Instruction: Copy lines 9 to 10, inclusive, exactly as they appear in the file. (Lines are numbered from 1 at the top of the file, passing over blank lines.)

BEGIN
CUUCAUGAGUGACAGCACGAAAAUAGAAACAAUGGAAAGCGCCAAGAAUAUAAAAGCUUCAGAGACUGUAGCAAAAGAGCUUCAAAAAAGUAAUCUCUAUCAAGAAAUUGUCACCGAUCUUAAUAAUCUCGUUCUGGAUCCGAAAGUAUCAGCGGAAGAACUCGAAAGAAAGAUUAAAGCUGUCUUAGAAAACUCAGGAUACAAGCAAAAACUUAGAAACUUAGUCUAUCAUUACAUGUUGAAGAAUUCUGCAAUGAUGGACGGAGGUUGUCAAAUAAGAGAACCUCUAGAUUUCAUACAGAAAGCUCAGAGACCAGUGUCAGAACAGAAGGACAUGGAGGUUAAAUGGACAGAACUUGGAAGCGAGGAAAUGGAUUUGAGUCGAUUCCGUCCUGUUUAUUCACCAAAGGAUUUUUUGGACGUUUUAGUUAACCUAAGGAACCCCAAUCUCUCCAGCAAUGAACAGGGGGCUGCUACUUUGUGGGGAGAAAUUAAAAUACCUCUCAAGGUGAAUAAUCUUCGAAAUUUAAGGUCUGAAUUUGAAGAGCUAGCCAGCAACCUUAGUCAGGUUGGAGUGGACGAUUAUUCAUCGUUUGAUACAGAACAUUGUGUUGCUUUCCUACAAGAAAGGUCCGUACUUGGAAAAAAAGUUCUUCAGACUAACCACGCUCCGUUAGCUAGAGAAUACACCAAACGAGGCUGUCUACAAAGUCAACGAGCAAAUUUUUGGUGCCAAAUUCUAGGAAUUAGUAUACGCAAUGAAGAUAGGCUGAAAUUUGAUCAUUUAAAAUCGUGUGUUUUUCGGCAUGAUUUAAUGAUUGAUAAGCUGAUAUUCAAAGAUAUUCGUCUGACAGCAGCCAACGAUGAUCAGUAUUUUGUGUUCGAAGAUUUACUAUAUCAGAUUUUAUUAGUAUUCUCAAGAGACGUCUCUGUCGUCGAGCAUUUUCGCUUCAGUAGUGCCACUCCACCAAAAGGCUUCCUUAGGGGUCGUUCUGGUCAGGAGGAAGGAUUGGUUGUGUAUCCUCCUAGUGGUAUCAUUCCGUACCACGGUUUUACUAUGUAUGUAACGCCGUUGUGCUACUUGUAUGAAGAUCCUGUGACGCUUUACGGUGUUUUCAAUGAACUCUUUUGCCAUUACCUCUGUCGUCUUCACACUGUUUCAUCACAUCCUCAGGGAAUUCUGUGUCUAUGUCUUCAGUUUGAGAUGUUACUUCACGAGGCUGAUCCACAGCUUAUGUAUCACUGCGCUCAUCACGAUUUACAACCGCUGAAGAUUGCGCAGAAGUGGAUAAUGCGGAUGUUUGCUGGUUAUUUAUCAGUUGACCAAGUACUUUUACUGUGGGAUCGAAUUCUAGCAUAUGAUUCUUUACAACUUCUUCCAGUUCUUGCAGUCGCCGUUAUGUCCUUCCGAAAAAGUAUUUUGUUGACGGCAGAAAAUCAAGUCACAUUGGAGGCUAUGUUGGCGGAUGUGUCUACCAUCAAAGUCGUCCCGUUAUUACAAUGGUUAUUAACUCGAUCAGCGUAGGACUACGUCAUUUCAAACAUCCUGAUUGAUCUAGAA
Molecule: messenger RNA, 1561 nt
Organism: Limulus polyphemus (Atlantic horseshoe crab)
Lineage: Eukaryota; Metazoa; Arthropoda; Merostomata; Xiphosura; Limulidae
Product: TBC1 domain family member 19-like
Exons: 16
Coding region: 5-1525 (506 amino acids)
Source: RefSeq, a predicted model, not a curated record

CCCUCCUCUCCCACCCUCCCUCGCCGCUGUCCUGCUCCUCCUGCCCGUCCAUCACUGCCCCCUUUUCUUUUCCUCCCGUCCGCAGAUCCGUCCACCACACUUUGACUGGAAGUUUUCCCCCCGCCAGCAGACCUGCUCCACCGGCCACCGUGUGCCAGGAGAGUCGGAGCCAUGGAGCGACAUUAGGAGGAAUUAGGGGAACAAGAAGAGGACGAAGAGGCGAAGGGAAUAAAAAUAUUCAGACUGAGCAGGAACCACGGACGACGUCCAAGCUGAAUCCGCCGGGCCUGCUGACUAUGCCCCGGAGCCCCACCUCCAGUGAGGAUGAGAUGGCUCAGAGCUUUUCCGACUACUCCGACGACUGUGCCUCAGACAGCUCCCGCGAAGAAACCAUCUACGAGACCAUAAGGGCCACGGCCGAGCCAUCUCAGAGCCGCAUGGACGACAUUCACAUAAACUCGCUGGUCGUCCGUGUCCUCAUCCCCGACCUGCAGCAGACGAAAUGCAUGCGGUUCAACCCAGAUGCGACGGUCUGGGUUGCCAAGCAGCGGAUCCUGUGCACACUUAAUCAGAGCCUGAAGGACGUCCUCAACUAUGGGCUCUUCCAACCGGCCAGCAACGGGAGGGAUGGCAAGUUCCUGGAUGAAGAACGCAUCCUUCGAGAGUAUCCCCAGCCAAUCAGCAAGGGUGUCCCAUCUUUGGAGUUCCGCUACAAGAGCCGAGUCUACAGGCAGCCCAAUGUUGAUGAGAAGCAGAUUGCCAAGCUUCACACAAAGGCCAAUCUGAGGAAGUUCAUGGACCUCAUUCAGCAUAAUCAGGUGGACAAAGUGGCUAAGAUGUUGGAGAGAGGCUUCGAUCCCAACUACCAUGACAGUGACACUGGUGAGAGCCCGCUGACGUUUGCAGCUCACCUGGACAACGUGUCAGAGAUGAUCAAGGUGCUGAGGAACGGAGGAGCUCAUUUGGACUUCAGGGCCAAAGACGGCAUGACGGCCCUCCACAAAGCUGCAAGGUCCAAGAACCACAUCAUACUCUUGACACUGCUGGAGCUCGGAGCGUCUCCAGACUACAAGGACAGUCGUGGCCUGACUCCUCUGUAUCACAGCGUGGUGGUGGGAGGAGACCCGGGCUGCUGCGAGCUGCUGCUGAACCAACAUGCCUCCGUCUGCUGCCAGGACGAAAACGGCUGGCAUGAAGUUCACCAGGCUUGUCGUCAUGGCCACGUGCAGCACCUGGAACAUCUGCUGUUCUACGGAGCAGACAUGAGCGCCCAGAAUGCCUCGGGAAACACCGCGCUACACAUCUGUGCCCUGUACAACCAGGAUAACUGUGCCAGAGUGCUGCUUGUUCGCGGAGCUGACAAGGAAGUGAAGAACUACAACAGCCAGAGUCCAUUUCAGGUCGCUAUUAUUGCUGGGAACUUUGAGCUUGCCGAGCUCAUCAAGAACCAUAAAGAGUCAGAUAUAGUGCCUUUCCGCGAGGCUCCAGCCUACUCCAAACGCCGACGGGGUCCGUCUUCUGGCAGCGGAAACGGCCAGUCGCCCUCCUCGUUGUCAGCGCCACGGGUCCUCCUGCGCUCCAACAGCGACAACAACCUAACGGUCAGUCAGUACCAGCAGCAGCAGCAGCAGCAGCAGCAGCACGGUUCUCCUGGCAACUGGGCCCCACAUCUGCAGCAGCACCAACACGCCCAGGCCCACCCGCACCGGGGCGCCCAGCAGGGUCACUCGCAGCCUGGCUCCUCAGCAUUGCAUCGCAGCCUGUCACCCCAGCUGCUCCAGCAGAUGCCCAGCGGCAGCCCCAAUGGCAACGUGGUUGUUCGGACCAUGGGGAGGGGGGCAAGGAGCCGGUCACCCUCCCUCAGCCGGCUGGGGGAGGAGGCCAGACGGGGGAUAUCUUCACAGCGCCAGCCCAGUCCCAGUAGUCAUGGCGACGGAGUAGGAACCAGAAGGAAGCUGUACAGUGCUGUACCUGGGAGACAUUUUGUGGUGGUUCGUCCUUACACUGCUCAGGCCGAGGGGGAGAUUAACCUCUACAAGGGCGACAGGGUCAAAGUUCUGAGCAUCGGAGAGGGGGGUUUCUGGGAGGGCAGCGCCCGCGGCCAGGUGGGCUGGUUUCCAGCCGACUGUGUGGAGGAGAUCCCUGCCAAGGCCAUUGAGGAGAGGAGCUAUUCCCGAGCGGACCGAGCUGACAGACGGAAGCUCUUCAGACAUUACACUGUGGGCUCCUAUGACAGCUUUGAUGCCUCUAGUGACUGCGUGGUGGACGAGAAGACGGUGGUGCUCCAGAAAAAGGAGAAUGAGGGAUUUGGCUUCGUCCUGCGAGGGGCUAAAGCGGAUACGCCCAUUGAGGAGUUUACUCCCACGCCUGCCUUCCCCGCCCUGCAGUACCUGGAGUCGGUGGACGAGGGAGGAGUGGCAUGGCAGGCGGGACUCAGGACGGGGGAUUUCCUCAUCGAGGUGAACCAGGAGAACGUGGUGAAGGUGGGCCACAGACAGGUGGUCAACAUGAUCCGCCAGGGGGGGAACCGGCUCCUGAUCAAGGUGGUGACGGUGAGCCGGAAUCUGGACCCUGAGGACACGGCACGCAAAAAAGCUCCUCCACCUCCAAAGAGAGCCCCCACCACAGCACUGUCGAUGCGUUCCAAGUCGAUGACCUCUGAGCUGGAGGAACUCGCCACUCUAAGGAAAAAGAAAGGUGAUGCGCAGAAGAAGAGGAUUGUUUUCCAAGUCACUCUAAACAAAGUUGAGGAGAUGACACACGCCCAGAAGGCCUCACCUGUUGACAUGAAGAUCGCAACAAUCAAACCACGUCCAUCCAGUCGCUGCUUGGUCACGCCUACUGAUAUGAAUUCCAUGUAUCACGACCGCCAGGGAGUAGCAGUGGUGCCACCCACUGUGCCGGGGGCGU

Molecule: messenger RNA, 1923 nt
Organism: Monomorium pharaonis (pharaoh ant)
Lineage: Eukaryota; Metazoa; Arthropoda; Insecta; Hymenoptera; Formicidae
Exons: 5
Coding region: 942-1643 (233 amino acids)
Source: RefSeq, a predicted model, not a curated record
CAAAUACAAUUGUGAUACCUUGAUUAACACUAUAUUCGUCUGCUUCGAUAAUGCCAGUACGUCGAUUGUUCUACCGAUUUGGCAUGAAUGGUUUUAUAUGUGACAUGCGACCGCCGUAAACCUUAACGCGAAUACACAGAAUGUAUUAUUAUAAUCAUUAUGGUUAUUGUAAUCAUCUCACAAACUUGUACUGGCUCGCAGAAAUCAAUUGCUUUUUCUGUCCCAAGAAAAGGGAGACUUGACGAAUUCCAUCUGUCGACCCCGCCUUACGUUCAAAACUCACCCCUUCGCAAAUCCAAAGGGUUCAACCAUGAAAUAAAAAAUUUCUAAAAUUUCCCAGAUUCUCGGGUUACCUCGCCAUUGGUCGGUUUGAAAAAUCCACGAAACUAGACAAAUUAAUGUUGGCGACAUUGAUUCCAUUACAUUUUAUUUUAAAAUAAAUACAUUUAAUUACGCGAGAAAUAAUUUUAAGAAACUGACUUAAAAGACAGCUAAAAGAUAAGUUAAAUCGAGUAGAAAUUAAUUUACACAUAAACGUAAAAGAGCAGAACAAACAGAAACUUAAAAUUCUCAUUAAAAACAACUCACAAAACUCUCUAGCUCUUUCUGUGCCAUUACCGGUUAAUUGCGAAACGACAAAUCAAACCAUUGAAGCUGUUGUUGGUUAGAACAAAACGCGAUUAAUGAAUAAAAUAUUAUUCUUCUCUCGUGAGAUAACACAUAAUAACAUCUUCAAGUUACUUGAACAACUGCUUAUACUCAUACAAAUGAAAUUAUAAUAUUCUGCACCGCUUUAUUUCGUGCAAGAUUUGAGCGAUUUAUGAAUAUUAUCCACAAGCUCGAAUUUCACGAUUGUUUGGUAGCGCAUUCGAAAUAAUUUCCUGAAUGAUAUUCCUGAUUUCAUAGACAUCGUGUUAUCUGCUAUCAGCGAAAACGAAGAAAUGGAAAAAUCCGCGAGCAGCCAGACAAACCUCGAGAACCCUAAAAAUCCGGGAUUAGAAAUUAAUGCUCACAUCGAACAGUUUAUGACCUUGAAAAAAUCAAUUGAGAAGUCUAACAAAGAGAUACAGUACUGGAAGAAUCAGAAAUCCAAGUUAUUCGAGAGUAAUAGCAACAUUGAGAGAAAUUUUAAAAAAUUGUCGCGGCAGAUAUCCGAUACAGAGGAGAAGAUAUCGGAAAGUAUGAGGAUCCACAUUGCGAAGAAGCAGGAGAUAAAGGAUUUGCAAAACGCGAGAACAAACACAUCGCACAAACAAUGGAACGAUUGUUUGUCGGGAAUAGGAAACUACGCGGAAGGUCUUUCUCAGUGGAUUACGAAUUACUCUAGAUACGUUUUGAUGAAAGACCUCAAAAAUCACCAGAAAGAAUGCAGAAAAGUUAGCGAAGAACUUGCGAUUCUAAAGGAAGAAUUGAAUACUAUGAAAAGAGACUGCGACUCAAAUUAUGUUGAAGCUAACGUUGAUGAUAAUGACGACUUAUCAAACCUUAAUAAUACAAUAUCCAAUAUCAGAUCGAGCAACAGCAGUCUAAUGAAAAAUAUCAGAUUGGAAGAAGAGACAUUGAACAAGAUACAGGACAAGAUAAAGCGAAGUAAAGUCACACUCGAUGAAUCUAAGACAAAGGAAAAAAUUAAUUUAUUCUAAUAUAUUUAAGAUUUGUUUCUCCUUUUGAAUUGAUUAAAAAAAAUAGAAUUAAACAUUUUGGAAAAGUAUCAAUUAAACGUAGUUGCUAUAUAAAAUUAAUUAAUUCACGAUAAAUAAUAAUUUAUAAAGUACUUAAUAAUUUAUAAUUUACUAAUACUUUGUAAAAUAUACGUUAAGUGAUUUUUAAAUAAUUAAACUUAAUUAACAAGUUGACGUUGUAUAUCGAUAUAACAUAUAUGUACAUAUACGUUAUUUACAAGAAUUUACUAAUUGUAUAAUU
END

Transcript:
CCCUCCUCUCCCACCCUCCCUCGCCGCUGUCCUGCUCCUCCUGCCCGUCCAUCACUGCCCCCUUUUCUUUUCCUCCCGUCCGCAGAUCCGUCCACCACACUUUGACUGGAAGUUUUCCCCCCGCCAGCAGACCUGCUCCACCGGCCACCGUGUGCCAGGAGAGUCGGAGCCAUGGAGCGACAUUAGGAGGAAUUAGGGGAACAAGAAGAGGACGAAGAGGCGAAGGGAAUAAAAAUAUUCAGACUGAGCAGGAACCACGGACGACGUCCAAGCUGAAUCCGCCGGGCCUGCUGACUAUGCCCCGGAGCCCCACCUCCAGUGAGGAUGAGAUGGCUCAGAGCUUUUCCGACUACUCCGACGACUGUGCCUCAGACAGCUCCCGCGAAGAAACCAUCUACGAGACCAUAAGGGCCACGGCCGAGCCAUCUCAGAGCCGCAUGGACGACAUUCACAUAAACUCGCUGGUCGUCCGUGUCCUCAUCCCCGACCUGCAGCAGACGAAAUGCAUGCGGUUCAACCCAGAUGCGACGGUCUGGGUUGCCAAGCAGCGGAUCCUGUGCACACUUAAUCAGAGCCUGAAGGACGUCCUCAACUAUGGGCUCUUCCAACCGGCCAGCAACGGGAGGGAUGGCAAGUUCCUGGAUGAAGAACGCAUCCUUCGAGAGUAUCCCCAGCCAAUCAGCAAGGGUGUCCCAUCUUUGGAGUUCCGCUACAAGAGCCGAGUCUACAGGCAGCCCAAUGUUGAUGAGAAGCAGAUUGCCAAGCUUCACACAAAGGCCAAUCUGAGGAAGUUCAUGGACCUCAUUCAGCAUAAUCAGGUGGACAAAGUGGCUAAGAUGUUGGAGAGAGGCUUCGAUCCCAACUACCAUGACAGUGACACUGGUGAGAGCCCGCUGACGUUUGCAGCUCACCUGGACAACGUGUCAGAGAUGAUCAAGGUGCUGAGGAACGGAGGAGCUCAUUUGGACUUCAGGGCCAAAGACGGCAUGACGGCCCUCCACAAAGCUGCAAGGUCCAAGAACCACAUCAUACUCUUGACACUGCUGGAGCUCGGAGCGUCUCCAGACUACAAGGACAGUCGUGGCCUGACUCCUCUGUAUCACAGCGUGGUGGUGGGAGGAGACCCGGGCUGCUGCGAGCUGCUGCUGAACCAACAUGCCUCCGUCUGCUGCCAGGACGAAAACGGCUGGCAUGAAGUUCACCAGGCUUGUCGUCAUGGCCACGUGCAGCACCUGGAACAUCUGCUGUUCUACGGAGCAGACAUGAGCGCCCAGAAUGCCUCGGGAAACACCGCGCUACACAUCUGUGCCCUGUACAACCAGGAUAACUGUGCCAGAGUGCUGCUUGUUCGCGGAGCUGACAAGGAAGUGAAGAACUACAACAGCCAGAGUCCAUUUCAGGUCGCUAUUAUUGCUGGGAACUUUGAGCUUGCCGAGCUCAUCAAGAACCAUAAAGAGUCAGAUAUAGUGCCUUUCCGCGAGGCUCCAGCCUACUCCAAACGCCGACGGGGUCCGUCUUCUGGCAGCGGAAACGGCCAGUCGCCCUCCUCGUUGUCAGCGCCACGGGUCCUCCUGCGCUCCAACAGCGACAACAACCUAACGGUCAGUCAGUACCAGCAGCAGCAGCAGCAGCAGCAGCAGCACGGUUCUCCUGGCAACUGGGCCCCACAUCUGCAGCAGCACCAACACGCCCAGGCCCACCCGCACCGGGGCGCCCAGCAGGGUCACUCGCAGCCUGGCUCCUCAGCAUUGCAUCGCAGCCUGUCACCCCAGCUGCUCCAGCAGAUGCCCAGCGGCAGCCCCAAUGGCAACGUGGUUGUUCGGACCAUGGGGAGGGGGGCAAGGAGCCGGUCACCCUCCCUCAGCCGGCUGGGGGAGGAGGCCAGACGGGGGAUAUCUUCACAGCGCCAGCCCAGUCCCAGUAGUCAUGGCGACGGAGUAGGAACCAGAAGGAAGCUGUACAGUGCUGUACCUGGGAGACAUUUUGUGGUGGUUCGUCCUUACACUGCUCAGGCCGAGGGGGAGAUUAACCUCUACAAGGGCGACAGGGUCAAAGUUCUGAGCAUCGGAGAGGGGGGUUUCUGGGAGGGCAGCGCCCGCGGCCAGGUGGGCUGGUUUCCAGCCGACUGUGUGGAGGAGAUCCCUGCCAAGGCCAUUGAGGAGAGGAGCUAUUCCCGAGCGGACCGAGCUGACAGACGGAAGCUCUUCAGACAUUACACUGUGGGCUCCUAUGACAGCUUUGAUGCCUCUAGUGACUGCGUGGUGGACGAGAAGACGGUGGUGCUCCAGAAAAAGGAGAAUGAGGGAUUUGGCUUCGUCCUGCGAGGGGCUAAAGCGGAUACGCCCAUUGAGGAGUUUACUCCCACGCCUGCCUUCCCCGCCCUGCAGUACCUGGAGUCGGUGGACGAGGGAGGAGUGGCAUGGCAGGCGGGACUCAGGACGGGGGAUUUCCUCAUCGAGGUGAACCAGGAGAACGUGGUGAAGGUGGGCCACAGACAGGUGGUCAACAUGAUCCGCCAGGGGGGGAACCGGCUCCUGAUCAAGGUGGUGACGGUGAGCCGGAAUCUGGACCCUGAGGACACGGCACGCAAAAAAGCUCCUCCACCUCCAAAGAGAGCCCCCACCACAGCACUGUCGAUGCGUUCCAAGUCGAUGACCUCUGAGCUGGAGGAACUCGCCACUCUAAGGAAAAAGAAAGGUGAUGCGCAGAAGAAGAGGAUUGUUUUCCAAGUCACUCUAAACAAAGUUGAGGAGAUGACACACGCCCAGAAGGCCUCACCUGUUGACAUGAAGAUCGCAACAAUCAAACCACGUCCAUCCAGUCGCUGCUUGGUCACGCCUACUGAUAUGAAUUCCAUGUAUCACGACCGCCAGGGAGUAGCAGUGGUGCCACCCACUGUGCCGGGGGCGU

Molecule: messenger RNA, 1923 nt